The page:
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Celebrating A. Leon Higginbotham

May 23, 2019

In 1989, at an alumni weekend at Yale University, Judge A. Leon Higginbotham delivered a moving speech entitled “The Dream With Its Back Against the Wall.” During the speech, Judge Higginbotham talked about the remarkable story of his journey to Yale Law School and paid tribute to the individuals who paved the way for him, or as Judge Higginbotham described them, “the special persons who walked with us when the future was uncertain.”

Judge A. Leon Higginbotham

After graduating from Yale Law School, and being denied entry by every major law firm in Philadelphia because of his race, Judge Higginbotham went on to break barriers in public service, to establish himself as a model lawyer in private practice, to serve as a trusted presidential advisor and to become an influential federal judge—all while being a steadfast civil rights activist. After retirement from the bench, Judge Higginbotham joined Paul, Weiss as senior counsel in 1993 and spent the rest of his life as a private practice lawyer. Notably, he worked with Nelson Mandela and Paul, Weiss partners to achieve fair elections in South Africa through the South Africa Free Election Fund, and as an educator, scholar and writer.

In line with his lifelong commitment to achieving equality, Judge Higginbotham devoted his life to mentoring and inspiring the next generation of young African-American lawyers at Paul, Weiss. During his time at the firm, he developed a close relationship with former Secretary of Homeland Security and current Paul, Weiss partner Jeh Johnson, as Secretary Johnson recounts:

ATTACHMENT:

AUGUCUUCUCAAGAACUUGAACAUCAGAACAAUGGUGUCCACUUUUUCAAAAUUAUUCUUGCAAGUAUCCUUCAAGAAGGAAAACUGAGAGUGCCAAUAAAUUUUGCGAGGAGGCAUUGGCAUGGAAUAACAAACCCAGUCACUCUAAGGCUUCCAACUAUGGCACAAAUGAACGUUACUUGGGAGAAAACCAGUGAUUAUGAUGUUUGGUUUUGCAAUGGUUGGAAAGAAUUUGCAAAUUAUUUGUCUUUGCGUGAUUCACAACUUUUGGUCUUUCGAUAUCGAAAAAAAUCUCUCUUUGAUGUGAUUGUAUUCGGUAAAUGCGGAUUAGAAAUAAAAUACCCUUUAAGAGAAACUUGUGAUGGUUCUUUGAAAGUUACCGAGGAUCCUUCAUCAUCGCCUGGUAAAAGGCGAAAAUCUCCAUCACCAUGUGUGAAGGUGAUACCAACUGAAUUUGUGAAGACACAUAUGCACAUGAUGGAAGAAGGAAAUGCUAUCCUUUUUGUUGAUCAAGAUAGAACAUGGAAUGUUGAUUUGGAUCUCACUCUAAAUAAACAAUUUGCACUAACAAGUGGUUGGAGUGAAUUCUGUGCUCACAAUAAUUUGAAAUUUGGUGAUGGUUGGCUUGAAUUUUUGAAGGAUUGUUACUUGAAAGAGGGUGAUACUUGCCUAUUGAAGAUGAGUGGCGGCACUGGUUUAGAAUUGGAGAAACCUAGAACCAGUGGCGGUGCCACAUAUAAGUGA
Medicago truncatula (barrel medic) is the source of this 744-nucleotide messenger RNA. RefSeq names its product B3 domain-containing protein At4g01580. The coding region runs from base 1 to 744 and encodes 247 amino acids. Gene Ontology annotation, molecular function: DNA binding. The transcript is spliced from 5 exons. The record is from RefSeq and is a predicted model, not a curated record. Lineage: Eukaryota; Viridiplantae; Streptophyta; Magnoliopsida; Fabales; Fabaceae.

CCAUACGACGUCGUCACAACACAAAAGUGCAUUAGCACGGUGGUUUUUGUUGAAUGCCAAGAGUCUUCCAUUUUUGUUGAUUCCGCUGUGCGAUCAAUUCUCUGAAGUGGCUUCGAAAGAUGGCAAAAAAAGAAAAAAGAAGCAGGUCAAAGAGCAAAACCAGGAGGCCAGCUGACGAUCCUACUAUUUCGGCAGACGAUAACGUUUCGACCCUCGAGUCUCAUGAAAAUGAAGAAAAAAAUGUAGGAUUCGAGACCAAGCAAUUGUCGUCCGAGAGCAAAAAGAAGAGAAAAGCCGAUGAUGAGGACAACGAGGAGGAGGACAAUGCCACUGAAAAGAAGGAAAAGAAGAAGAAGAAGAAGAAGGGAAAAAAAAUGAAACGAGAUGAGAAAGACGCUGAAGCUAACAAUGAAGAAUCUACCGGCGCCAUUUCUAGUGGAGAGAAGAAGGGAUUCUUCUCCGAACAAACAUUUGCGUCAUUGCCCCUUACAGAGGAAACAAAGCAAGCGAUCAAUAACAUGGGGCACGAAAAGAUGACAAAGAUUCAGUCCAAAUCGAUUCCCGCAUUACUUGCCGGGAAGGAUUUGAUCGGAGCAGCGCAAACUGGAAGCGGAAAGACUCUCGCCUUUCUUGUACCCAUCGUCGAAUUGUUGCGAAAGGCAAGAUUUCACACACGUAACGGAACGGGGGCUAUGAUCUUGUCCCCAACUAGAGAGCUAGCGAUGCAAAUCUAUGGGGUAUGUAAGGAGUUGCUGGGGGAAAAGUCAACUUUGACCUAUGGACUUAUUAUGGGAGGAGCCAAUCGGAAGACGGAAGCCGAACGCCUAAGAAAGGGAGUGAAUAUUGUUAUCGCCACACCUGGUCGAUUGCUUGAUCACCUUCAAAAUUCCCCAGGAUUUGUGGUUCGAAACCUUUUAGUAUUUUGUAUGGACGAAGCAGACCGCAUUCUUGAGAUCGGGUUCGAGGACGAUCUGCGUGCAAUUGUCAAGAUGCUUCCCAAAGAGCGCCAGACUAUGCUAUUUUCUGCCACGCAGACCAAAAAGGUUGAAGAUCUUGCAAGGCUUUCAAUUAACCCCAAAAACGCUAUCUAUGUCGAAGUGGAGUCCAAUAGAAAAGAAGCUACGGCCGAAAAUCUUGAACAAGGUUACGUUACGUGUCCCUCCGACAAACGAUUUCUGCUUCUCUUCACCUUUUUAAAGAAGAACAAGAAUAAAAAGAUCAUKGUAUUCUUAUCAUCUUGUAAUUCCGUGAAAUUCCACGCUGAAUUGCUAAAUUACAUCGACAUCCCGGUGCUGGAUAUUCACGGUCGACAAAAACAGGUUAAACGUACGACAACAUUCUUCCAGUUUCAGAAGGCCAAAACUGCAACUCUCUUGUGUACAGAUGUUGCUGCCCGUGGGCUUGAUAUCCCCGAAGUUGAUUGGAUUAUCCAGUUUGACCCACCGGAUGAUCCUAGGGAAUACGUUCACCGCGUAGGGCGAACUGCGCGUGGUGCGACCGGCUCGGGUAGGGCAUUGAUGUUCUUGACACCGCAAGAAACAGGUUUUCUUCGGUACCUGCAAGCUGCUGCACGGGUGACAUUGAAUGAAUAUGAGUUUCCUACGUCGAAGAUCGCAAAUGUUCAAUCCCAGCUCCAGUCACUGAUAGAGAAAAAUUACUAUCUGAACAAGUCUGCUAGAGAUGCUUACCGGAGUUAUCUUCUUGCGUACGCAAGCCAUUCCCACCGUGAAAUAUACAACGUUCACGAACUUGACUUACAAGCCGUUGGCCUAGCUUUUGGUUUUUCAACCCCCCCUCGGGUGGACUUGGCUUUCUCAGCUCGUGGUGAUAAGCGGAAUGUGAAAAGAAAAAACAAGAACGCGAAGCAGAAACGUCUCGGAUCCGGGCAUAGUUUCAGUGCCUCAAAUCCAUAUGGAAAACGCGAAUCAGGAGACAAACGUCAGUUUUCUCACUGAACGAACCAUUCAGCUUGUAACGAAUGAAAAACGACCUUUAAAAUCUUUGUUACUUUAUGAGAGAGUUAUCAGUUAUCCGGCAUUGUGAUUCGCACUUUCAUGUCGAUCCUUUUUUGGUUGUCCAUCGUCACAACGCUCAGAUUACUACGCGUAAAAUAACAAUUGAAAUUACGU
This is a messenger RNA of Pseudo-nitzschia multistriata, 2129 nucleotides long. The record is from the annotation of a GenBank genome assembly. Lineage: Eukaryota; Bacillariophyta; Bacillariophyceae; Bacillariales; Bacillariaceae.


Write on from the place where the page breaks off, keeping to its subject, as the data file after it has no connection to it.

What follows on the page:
Judge Higginbotham with William Coleman and Arthur Liman

“Judge Higginbotham reached out to me his very first day at Paul, Weiss in February 1993. Though we barely knew each other, he wanted me to know he was a supporter on my road to becoming the firm’s first black partner later that year. Over the course of the next five years, Leon became an inspiration, a mentor and a friend. The very last thing he said to me when I saw him in December 1998 was ‘I’m proud of you.’ I have never forgotten Leon, and I visit his gravesite almost every time I visit Martha’s Vineyard.”

Born and raised during the Great Depression and the Jim Crow era, Judge Higginbotham persevered by living a life of resilience in the face of racism, with determination to always do what is right and a deep commitment to defending the weak, poor, disadvantaged and powerless through the law.

Read Judge Higginbotham’s “The Dream With Its Back Against the Wall” speech.

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